To whom, and for whom, must I respond? Negotiating responsibility during the last years of East German state socialism
Abstract:This paper reconsiders the practice of responsibility during the last years of East German state socialism. It treats the matter of responsibility as a kind of dialogue, attending to the various ways in which people were called upon to respond to and account for their actions and those of others across a range of circumstances and predicaments. It addresses several basic questions, among them: What did the ordinary practice of responsibility look like in the East? How did this requirement to respond to and for others affect the arrangements of ordinary living? More specifically, how did the practice of responsibility work out geographically?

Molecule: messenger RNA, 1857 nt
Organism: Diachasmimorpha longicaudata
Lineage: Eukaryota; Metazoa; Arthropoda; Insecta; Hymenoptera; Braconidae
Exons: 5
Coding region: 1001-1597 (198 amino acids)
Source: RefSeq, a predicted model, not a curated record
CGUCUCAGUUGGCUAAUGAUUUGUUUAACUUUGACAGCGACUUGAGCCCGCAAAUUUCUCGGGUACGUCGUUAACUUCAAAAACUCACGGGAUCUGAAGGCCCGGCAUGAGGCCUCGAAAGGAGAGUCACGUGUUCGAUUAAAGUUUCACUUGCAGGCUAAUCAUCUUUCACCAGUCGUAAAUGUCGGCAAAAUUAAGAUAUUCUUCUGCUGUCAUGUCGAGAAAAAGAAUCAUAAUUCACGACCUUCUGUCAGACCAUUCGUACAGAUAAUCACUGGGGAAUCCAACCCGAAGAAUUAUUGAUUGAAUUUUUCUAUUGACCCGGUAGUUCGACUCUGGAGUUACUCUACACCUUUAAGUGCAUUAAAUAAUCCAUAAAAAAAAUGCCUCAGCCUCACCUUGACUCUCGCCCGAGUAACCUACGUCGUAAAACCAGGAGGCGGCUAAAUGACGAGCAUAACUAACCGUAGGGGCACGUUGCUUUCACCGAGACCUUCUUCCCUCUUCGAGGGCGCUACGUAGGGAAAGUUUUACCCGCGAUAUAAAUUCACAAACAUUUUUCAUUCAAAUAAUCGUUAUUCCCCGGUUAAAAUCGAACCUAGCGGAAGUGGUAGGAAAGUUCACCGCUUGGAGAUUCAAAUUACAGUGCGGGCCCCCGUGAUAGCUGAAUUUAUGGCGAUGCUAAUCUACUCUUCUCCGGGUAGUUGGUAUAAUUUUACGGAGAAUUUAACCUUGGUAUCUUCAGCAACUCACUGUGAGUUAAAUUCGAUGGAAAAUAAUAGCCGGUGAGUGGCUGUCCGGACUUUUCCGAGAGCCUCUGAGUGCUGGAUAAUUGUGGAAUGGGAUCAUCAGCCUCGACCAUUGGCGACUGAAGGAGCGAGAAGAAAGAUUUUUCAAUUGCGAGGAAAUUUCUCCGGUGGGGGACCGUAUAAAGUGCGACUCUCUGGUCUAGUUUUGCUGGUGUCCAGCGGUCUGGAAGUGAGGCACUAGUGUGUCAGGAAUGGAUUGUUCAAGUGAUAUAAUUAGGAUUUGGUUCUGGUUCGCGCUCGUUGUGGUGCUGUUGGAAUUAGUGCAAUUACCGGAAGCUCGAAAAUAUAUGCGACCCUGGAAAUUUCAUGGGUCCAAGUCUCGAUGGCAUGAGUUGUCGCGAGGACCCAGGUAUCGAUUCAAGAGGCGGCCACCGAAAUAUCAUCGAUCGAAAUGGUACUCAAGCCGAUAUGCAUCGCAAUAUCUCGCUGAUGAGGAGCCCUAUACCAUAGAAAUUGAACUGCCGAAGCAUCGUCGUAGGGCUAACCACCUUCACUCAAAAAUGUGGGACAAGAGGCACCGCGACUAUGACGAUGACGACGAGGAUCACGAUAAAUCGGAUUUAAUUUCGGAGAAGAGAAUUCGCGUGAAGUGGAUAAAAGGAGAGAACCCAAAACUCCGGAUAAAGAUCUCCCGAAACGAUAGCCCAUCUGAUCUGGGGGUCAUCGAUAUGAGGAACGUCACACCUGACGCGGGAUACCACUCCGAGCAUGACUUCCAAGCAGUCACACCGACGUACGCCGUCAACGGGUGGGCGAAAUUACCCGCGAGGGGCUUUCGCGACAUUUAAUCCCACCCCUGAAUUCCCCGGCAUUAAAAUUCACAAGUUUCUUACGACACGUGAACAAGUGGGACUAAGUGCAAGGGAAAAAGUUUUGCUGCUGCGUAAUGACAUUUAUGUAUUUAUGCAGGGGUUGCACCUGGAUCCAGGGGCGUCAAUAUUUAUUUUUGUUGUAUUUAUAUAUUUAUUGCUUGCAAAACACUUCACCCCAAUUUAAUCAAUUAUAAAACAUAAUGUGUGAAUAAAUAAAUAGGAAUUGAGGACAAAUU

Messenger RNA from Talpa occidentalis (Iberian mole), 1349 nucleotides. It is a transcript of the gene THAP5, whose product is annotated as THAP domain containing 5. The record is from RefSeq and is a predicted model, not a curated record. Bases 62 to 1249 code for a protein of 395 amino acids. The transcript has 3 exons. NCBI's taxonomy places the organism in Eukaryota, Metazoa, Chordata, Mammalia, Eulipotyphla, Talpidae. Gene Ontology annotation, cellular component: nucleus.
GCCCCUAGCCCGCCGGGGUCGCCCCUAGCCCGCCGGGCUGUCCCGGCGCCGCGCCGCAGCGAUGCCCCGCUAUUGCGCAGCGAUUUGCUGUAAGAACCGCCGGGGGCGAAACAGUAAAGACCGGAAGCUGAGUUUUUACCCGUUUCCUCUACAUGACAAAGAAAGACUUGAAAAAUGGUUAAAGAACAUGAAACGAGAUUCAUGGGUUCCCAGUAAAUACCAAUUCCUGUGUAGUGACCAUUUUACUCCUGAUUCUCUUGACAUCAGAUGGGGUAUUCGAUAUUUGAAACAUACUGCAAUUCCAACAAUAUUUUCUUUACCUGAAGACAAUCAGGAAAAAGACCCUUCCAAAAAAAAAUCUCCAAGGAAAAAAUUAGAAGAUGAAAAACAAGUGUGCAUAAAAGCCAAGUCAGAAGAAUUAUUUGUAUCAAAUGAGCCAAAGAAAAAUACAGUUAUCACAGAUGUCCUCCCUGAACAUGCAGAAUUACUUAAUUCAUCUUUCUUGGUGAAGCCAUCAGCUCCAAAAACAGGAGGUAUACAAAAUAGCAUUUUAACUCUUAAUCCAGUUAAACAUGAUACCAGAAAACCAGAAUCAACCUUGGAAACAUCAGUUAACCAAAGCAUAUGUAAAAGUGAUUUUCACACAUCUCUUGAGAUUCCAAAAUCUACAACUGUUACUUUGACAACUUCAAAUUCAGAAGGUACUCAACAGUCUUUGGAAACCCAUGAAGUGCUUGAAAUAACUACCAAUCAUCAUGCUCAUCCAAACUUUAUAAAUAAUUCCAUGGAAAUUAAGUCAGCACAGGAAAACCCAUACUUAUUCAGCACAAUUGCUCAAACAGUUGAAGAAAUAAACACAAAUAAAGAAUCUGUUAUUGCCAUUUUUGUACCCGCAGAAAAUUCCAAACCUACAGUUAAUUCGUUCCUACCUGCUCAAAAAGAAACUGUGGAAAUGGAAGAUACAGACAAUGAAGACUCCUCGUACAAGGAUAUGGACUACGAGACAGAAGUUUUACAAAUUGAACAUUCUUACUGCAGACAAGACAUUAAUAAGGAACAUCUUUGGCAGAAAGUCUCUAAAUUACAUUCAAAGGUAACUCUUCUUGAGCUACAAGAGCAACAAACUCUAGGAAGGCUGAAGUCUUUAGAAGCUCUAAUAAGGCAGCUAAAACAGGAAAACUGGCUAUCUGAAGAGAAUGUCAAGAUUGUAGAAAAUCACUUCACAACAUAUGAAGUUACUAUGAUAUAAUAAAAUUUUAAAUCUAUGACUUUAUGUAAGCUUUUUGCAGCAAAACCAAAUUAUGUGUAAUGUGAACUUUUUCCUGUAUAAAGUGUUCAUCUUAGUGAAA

The approach taken here is both practical and analytic. It attends to the practical and constitutive aspects of dilemmas of responsibility across a range of situations. It is also historical and ethnographic, based on the city and district of Rostock, and drawing upon a range of primary source materials, from security reports to interviews to sermons delivered during the 1980s. The paper shows some of the ways in which the practice of responsibility played itself out in relation to place. For example, residents themselves invoked a rhetoric of responsibility, criticizing local officials for being unresponsive or indifferent to their concerns. Others found ways to generate ambiguity about how the rules of the state were to be applied in particular circumstances. Finally, some residents simply refused to socialize and otherwise assume responsibility for certain others both at work and at home.